For speaking engagements, personal appearances, private functions, lectures, interest in film rights or any branding and/or television/film/book business, please contact Phelps’ entertainment attorney/manager, Matthew Valentinas, through his website, phone (857.636.0875), or email.
For producers seeking interviews/appearances, fans or simple queries, don’t hesitate to email Phelps directly or call his Connecticut office and leave a brief message: (860) 870-7247.
Smack in the middle of a trend in which “true crime” seems to be the go-to topic/subject for television, Hollywood and most major media (including NPR!), a genre no longer defined as “trashy” and “black and red,” there are lots of talking heads out there claiming to be true-crime experts. Whenever we encounter “breaking news” on cable TV networks, a host of people come out of the woodwork and begin commenting on this sociopath and that psychopath, tossing these personality disorders around as if they are common words to be tied to anybody. Much of this discussion is simply nonsensical psychobabble. All it does is fill airtime with hot air. It does not further the narrative, increase the understanding, or educate the public on the mind of the criminal, which is what everyone is most interested in. The dreaded “why did s/he do it?
“If you tangle, or cross paths with a psychopath/sociopath,” Phelps says, “your entire life will be turned upside down, inside out, like that of which you have never seen. These people don’t give a shit about you. They care only about themselves and their narcissistic needs and wants. They will strike a match, light the world on fire, turn around and—laughing like a villain—walk toward their next conquest with a smile on their face. … The public has a skewed and cartoonish understanding of the psychopath, and a lot of it is the fault of inexperienced, fashionable, uneducated verbiage tossed around as though it’s just another day in Crime TV Land. People will say anything these days.”
As a film/TV consultant on the true mind of the serial killer, female murderer or “one-off” male killer, Phelps has written 22 books about female killers, six books about serial killers, and has corresponded with and interviewed an infamous serial killer who has killed scores of women. Phelps has spoken to this particular psychopath for four years, in depth, and has amassed hundreds of hours of tapes, audio and video, along with over one thousand pages of letters from this serial killer.
“The industry is in great need of quality consulting and dialogue on serial killers and murderers of every type, their everyday existence, how they think, how they feel, what made them who they are … and I’ve focused my research on those questions. … We cannot just create murder dramas and nonfiction crime TV anyway we want to—we need to take responsibility for how we portray killers and—especially—their victims in fiction and nonfiction. It is imperative to our collective understanding with regards to how to better protect ourselves against violence.”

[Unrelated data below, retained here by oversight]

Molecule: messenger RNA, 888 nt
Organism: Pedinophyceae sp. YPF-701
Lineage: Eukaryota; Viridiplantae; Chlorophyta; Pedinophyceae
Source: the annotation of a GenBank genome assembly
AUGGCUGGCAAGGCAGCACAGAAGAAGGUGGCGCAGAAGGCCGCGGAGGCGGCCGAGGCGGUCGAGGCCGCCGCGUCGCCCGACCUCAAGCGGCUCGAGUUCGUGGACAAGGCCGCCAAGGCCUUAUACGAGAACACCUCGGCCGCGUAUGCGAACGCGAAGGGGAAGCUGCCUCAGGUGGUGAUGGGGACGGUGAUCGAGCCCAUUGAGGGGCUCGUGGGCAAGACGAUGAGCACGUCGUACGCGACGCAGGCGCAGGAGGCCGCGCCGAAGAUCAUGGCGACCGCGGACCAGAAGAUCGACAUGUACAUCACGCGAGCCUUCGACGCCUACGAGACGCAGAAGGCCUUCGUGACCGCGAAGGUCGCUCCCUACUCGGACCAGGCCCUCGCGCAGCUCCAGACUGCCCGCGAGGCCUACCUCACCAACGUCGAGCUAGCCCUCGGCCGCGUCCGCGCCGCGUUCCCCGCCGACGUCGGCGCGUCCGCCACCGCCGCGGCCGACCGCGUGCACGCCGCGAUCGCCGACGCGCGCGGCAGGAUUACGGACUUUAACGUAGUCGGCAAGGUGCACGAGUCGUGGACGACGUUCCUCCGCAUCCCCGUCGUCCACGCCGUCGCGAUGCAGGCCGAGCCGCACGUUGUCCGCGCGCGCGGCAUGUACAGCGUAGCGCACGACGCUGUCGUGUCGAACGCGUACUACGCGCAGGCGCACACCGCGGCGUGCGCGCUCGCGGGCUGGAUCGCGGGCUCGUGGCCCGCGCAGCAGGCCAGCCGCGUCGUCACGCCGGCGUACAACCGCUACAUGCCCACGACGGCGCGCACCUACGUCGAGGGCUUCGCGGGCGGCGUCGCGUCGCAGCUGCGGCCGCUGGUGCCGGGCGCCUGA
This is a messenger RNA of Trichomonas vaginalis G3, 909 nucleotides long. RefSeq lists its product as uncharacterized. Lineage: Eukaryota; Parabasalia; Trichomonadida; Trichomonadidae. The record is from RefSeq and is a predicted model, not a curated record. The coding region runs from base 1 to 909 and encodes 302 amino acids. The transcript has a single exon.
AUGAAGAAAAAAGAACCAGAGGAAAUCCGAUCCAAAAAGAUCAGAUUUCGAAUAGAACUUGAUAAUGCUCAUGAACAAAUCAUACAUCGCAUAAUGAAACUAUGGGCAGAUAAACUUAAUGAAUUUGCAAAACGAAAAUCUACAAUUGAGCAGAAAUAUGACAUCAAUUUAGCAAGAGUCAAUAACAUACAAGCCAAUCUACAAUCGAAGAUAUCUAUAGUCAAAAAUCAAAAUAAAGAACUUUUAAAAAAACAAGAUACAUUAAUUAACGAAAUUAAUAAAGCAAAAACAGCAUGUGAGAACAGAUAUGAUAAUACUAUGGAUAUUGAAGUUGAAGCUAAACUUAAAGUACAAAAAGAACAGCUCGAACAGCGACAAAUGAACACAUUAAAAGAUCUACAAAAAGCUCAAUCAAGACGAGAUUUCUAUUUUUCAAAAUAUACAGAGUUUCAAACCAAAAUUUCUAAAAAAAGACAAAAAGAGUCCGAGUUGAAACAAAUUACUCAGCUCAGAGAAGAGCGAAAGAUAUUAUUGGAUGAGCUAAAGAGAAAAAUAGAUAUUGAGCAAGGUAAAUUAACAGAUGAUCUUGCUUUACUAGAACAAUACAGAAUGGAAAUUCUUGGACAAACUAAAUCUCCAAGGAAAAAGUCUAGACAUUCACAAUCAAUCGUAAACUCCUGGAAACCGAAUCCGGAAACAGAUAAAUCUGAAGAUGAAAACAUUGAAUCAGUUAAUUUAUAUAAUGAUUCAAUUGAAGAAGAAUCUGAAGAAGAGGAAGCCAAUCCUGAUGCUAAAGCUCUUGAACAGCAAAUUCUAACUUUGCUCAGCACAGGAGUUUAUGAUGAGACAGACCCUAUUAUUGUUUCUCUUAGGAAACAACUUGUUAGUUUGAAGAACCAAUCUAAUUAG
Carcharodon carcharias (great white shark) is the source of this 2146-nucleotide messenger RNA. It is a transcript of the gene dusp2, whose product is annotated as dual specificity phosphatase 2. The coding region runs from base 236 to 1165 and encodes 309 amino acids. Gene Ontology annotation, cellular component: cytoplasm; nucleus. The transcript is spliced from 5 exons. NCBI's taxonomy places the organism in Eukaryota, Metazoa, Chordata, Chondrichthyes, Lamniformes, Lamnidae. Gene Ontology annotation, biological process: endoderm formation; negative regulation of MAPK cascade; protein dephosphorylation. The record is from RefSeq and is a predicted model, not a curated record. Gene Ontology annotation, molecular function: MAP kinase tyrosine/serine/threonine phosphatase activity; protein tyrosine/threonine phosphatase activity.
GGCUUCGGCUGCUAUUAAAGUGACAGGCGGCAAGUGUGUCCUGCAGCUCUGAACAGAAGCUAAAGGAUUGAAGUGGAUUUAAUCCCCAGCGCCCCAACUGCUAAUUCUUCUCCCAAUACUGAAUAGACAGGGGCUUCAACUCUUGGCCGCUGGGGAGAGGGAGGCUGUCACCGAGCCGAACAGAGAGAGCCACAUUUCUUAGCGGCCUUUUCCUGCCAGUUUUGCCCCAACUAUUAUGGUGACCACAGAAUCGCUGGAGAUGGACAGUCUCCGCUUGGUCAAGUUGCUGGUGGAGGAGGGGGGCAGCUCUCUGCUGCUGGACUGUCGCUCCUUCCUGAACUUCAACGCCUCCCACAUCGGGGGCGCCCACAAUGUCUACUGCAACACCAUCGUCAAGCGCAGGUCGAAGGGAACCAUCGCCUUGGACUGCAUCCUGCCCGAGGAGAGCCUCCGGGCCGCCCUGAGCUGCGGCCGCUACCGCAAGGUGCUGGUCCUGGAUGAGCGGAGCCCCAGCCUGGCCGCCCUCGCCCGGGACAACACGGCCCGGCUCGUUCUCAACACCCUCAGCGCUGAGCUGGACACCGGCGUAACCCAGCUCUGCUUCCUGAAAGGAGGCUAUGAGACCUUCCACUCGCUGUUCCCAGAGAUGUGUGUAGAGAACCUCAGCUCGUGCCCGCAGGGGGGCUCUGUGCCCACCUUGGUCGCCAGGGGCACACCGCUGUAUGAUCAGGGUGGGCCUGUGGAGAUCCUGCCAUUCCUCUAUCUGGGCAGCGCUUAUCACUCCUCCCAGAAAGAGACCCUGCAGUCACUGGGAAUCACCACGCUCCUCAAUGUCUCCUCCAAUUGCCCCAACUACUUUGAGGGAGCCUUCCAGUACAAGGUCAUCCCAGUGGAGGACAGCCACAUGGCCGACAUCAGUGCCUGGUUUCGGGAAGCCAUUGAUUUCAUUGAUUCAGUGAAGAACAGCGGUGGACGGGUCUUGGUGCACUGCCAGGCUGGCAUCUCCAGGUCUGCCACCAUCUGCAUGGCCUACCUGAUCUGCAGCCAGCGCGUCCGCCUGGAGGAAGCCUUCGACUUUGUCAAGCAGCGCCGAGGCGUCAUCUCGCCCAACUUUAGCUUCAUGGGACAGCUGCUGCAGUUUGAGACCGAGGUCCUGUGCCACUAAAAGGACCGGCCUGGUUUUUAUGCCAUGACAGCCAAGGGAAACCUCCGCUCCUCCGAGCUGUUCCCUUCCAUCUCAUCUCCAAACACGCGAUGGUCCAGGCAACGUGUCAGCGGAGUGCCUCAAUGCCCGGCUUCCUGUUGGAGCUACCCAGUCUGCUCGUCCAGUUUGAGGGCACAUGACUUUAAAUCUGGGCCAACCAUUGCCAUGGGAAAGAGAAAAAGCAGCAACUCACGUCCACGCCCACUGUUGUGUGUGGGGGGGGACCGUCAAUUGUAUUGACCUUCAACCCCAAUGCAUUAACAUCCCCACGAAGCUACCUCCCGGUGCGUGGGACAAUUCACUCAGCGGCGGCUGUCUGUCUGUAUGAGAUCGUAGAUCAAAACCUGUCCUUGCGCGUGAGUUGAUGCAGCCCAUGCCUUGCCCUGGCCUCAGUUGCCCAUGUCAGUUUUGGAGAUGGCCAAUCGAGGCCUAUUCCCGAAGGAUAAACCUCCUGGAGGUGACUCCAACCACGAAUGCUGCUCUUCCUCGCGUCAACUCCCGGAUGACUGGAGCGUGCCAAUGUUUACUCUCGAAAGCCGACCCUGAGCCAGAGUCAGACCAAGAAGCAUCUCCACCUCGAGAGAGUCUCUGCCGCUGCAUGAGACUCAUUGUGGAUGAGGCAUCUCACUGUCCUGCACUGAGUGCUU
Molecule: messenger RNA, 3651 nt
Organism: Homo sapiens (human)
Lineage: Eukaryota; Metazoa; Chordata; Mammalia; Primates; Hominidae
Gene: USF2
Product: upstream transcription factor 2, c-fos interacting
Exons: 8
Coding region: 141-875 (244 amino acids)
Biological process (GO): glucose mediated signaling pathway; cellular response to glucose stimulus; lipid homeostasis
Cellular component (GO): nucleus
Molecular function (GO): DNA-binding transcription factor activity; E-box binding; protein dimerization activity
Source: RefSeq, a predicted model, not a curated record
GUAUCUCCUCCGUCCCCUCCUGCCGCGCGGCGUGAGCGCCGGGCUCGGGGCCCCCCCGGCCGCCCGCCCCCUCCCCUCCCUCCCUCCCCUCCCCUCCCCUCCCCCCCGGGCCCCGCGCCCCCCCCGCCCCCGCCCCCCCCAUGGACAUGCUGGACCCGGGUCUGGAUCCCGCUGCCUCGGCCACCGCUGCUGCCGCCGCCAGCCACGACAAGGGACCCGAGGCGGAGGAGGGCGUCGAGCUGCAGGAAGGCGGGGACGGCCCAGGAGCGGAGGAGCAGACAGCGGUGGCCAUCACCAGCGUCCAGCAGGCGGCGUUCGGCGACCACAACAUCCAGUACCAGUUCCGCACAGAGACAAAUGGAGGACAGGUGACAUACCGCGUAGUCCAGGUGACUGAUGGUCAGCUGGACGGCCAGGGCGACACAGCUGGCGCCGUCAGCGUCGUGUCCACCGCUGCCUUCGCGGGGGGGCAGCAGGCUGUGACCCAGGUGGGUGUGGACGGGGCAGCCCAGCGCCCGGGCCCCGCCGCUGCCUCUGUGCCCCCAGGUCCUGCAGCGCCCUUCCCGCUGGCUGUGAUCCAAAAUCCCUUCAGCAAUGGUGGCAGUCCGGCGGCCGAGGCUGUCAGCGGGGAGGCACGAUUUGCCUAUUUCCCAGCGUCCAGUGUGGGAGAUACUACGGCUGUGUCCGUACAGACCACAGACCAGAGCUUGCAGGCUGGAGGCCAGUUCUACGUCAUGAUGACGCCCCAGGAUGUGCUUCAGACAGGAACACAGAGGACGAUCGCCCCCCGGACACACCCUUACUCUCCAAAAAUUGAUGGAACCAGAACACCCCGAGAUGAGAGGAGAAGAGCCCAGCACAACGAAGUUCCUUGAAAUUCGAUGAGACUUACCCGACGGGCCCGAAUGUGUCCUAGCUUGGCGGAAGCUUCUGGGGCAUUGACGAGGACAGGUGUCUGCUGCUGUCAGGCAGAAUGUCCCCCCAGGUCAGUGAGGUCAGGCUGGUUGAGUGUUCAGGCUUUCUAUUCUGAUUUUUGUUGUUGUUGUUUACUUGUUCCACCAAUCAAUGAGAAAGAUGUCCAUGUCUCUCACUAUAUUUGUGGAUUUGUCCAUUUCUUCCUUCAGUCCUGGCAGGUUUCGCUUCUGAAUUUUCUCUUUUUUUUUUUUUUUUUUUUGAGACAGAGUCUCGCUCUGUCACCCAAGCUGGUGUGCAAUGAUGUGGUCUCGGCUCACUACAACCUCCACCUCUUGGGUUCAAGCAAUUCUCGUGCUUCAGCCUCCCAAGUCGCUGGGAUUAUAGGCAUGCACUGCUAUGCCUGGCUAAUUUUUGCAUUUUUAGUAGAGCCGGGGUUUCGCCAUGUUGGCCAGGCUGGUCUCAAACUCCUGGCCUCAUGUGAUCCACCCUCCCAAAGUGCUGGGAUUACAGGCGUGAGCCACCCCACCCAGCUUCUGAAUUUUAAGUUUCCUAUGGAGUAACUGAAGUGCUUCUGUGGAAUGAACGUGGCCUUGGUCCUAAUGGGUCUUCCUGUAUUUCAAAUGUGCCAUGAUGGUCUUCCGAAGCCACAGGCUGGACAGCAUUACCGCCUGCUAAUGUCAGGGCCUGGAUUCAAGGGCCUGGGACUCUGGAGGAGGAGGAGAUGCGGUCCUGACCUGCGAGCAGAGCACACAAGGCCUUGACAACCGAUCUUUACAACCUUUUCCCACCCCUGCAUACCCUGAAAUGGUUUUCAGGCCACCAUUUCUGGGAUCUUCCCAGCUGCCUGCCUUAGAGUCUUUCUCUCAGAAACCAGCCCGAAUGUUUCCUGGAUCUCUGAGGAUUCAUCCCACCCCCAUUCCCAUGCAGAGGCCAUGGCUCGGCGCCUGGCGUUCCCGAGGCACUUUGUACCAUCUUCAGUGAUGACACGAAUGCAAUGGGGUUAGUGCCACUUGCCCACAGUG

Phelps has spent his career devoted to victims’ rights and how a psychopath’s behavior affects the family, the community, and the individual.
“We need to get this right. I save film producers and TV people lots of time and money by advising them on the right way to do ‘Murder TV and Film,’ mainly so it’s does not come across as tawdry and unsympathetic—but most importantly, when talking drama, unbelievable. Sure, in drama, there needs to be a certain amount of fiction. But fiction can be bolstered by honest research. Definitive, subtle changes in a script or a documentary can make all the difference on set, changing the entire dynamic of a crime film or television series. The devil is in the details.”
Read Phelps’s articles on real world serial killers:
I love this photo from the road. I believe we were in Colorado near New Mexico in one of those back country motels on the side of the only road for as far as the eye can see. You know the motels I am speaking of: the type where you expect some dude, bleeding from being shot, holding onto his guy with one hand, gun in the other, rolls up, falls out of the car, manages to stumble into the room holding his side, closes and bolts the door locked, stares out the window, moving the curtain aside with the barrel end of his gun, waiting for whomever is chasing him. That’s the type of motel this was! I slept on top of the bed, fully clothed.
Anyway, I love the photo a mate of mine took because it shows how immersed one is on the road when researching a case and tracking a story/killer. It’s all-consuming. No rest. This was the evening, after dinner. We’d been working all day already, mind you.
“You get on the scent of a cold case and a madman,” Phelps says, “and there’s nothing like it. You actually get a high. You have a need to figure out who this sick sonofabitch is, tell his story, and pull in the public to see if he can be caught. There’s a spiritual and physical longing to get the job done.”